Francosphères

Unsheltering language

Francosphères (2012), 1, (1), 69–96.

Abstract

Presented in conjunction with a piece of creative prose writing by Emmanuelle Gallienne about marginalisation in contemporary Paris, this article pursues a close reading of Patrick Chamoiseau's award-winning novel Texaco in order to challenge some of the definitions and disciplinary assumptions operating in and around the fields of Postcolonial and French Studies. By measuring different critical discourses dealing with the syncretic and subversive qualities of Créole (Glissant and by extension Deleuze, but also Emily Apter) against the effects generated by Chamoiseau's vast and polyphonic novel, it engages with the need to extend the frame of analysis beyond implicit and explicit dichotomies opposing French and French literature to Creole and self-conscious, postmodern storytelling. It responds to Gayatri Spivak's assessment of where comparative literature and modern language studies need to direct their possibilities, and in so doing intends to offer a contextualised contribution to the development of new critical parameters for work in transnational French Studies.

Unsheltering language

Abstract

Presented in conjunction with a piece of creative prose writing by Emmanuelle Gallienne about marginalisation in contemporary Paris, this article pursues a close reading of Patrick Chamoiseau's award-winning novel Texaco in order to challenge some of the definitions and disciplinary assumptions operating in and around the fields of Postcolonial and French Studies. By measuring different critical discourses dealing with the syncretic and subversive qualities of Créole (Glissant and by extension Deleuze, but also Emily Apter) against the effects generated by Chamoiseau's vast and polyphonic novel, it engages with the need to extend the frame of analysis beyond implicit and explicit dichotomies opposing French and French literature to Creole and self-conscious, postmodern storytelling. It responds to Gayatri Spivak's assessment of where comparative literature and modern language studies need to direct their possibilities, and in so doing intends to offer a contextualised contribution to the development of new critical parameters for work in transnational French Studies.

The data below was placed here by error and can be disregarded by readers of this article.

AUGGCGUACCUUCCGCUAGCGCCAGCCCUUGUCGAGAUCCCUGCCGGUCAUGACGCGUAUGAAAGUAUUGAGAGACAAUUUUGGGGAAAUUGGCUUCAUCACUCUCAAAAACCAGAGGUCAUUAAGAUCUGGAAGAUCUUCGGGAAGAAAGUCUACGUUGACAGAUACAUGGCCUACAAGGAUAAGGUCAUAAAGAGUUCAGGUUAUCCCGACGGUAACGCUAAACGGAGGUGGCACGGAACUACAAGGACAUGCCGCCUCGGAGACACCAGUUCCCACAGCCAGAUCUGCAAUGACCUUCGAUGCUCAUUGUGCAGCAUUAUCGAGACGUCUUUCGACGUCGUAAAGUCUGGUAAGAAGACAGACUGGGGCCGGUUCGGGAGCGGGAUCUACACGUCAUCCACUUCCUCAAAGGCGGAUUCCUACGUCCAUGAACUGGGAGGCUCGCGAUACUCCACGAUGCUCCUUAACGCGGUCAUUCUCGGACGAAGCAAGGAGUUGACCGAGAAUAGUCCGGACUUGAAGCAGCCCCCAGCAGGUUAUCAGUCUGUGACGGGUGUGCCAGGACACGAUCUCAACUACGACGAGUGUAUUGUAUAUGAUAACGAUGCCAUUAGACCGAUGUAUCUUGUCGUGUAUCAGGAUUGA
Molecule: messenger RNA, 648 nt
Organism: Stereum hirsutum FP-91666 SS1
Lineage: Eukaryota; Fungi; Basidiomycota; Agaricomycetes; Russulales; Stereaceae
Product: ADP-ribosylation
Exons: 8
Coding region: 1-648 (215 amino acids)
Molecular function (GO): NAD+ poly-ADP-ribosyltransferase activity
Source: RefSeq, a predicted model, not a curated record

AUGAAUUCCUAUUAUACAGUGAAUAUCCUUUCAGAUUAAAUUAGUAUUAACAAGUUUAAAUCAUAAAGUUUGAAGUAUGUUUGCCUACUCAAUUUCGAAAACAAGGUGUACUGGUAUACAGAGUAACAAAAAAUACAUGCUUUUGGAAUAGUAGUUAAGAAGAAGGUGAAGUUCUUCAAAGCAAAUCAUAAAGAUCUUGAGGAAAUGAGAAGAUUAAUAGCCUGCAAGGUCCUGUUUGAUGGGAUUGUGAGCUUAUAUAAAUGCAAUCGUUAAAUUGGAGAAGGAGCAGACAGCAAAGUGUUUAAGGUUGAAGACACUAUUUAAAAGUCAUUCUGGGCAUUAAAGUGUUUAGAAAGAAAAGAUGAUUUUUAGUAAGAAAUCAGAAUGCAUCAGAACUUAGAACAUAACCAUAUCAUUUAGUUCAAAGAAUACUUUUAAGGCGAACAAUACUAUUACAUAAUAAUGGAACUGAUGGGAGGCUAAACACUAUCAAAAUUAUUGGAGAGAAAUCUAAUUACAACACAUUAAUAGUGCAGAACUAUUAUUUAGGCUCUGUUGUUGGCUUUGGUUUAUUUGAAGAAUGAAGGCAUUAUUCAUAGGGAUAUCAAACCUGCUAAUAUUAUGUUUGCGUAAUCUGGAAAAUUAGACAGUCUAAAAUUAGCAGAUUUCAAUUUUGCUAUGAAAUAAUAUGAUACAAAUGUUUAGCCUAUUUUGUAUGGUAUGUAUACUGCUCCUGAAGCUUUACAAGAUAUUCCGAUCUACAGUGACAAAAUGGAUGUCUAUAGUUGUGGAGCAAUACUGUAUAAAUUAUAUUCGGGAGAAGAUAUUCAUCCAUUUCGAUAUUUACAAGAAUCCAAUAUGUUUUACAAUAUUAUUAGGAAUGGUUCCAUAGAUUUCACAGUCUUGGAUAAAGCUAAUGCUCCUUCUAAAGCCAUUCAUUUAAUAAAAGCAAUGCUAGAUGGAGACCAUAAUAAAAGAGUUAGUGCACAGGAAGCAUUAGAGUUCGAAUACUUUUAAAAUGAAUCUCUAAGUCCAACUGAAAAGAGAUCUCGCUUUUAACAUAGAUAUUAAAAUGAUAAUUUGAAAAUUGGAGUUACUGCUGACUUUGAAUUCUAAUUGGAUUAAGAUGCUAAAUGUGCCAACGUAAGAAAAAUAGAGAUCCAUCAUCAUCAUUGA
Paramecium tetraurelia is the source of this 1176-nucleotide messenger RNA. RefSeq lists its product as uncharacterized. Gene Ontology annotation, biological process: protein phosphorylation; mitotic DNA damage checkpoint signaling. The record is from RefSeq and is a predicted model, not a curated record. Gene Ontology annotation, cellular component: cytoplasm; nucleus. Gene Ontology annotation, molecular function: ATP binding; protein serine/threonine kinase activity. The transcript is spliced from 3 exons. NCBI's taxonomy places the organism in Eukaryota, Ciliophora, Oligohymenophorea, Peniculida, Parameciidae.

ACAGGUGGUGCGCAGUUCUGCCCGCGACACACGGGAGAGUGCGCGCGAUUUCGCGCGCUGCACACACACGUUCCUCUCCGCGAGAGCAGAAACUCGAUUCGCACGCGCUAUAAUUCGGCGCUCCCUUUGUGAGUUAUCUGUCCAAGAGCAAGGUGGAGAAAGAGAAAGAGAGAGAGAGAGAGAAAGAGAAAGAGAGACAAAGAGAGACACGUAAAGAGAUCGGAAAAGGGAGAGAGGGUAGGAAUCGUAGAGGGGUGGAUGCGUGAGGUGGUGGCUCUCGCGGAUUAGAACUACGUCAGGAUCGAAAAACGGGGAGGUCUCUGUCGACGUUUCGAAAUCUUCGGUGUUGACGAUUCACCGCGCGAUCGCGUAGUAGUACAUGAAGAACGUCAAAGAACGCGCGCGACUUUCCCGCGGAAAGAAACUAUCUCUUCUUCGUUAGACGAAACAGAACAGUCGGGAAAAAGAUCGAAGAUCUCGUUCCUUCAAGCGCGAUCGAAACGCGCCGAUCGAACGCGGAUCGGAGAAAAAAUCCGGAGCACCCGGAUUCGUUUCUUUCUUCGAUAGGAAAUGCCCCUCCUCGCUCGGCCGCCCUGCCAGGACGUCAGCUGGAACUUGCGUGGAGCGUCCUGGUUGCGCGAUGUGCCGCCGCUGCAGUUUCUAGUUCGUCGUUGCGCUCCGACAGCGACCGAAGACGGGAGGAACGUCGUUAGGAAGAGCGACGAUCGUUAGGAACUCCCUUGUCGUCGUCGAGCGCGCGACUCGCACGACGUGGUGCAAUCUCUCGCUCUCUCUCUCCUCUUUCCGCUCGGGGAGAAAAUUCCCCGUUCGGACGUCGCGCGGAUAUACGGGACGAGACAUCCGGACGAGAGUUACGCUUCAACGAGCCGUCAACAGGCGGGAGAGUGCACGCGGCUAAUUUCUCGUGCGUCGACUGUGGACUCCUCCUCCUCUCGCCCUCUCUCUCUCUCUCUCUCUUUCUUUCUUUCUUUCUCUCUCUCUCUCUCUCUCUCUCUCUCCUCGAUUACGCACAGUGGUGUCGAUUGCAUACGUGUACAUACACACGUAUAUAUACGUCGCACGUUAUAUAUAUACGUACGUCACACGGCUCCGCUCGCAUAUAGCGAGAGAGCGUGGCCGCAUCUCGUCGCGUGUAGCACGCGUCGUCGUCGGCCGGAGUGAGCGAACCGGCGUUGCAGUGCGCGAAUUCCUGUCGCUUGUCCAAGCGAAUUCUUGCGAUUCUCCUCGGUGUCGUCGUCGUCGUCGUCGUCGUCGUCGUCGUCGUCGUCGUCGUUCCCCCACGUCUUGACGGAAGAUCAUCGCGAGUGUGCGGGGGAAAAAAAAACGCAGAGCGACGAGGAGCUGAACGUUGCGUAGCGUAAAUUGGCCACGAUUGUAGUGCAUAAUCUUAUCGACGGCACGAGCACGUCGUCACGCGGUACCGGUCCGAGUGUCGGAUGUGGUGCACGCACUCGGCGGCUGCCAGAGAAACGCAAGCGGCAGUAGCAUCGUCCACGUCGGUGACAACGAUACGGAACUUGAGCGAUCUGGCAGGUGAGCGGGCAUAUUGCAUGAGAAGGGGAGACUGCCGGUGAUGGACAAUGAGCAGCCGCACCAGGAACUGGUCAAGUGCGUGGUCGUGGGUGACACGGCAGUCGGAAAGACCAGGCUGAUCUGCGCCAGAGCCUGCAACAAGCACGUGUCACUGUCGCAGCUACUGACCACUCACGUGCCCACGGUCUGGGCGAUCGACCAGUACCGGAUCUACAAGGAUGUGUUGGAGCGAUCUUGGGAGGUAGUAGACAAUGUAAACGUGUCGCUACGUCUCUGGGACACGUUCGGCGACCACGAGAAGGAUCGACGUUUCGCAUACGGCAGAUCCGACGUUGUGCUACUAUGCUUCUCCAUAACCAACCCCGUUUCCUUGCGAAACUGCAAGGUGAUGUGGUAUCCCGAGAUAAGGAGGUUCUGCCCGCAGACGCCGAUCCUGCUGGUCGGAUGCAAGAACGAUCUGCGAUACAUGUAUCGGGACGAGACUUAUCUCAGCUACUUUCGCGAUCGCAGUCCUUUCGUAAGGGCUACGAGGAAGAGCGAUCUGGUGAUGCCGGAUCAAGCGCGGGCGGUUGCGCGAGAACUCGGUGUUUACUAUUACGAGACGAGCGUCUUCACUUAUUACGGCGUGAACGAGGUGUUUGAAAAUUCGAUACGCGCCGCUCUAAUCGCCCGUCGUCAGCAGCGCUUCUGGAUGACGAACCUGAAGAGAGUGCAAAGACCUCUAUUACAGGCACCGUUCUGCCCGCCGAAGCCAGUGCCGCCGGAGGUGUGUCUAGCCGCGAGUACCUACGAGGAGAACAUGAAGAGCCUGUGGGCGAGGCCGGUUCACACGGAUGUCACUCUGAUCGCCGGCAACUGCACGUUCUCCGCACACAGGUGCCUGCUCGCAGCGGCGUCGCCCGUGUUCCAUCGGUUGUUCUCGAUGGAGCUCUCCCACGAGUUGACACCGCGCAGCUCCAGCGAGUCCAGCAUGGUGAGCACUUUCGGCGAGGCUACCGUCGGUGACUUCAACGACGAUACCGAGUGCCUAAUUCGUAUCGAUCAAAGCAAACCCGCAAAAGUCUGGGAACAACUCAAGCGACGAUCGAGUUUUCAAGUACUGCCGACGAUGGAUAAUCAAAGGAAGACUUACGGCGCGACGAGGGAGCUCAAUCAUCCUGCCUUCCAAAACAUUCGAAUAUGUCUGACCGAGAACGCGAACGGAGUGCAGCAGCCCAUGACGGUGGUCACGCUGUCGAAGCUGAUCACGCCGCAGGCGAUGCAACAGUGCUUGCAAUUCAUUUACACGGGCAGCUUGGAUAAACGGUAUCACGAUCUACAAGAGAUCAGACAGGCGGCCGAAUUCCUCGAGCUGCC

Details

Author details

Milne, Anna-Louise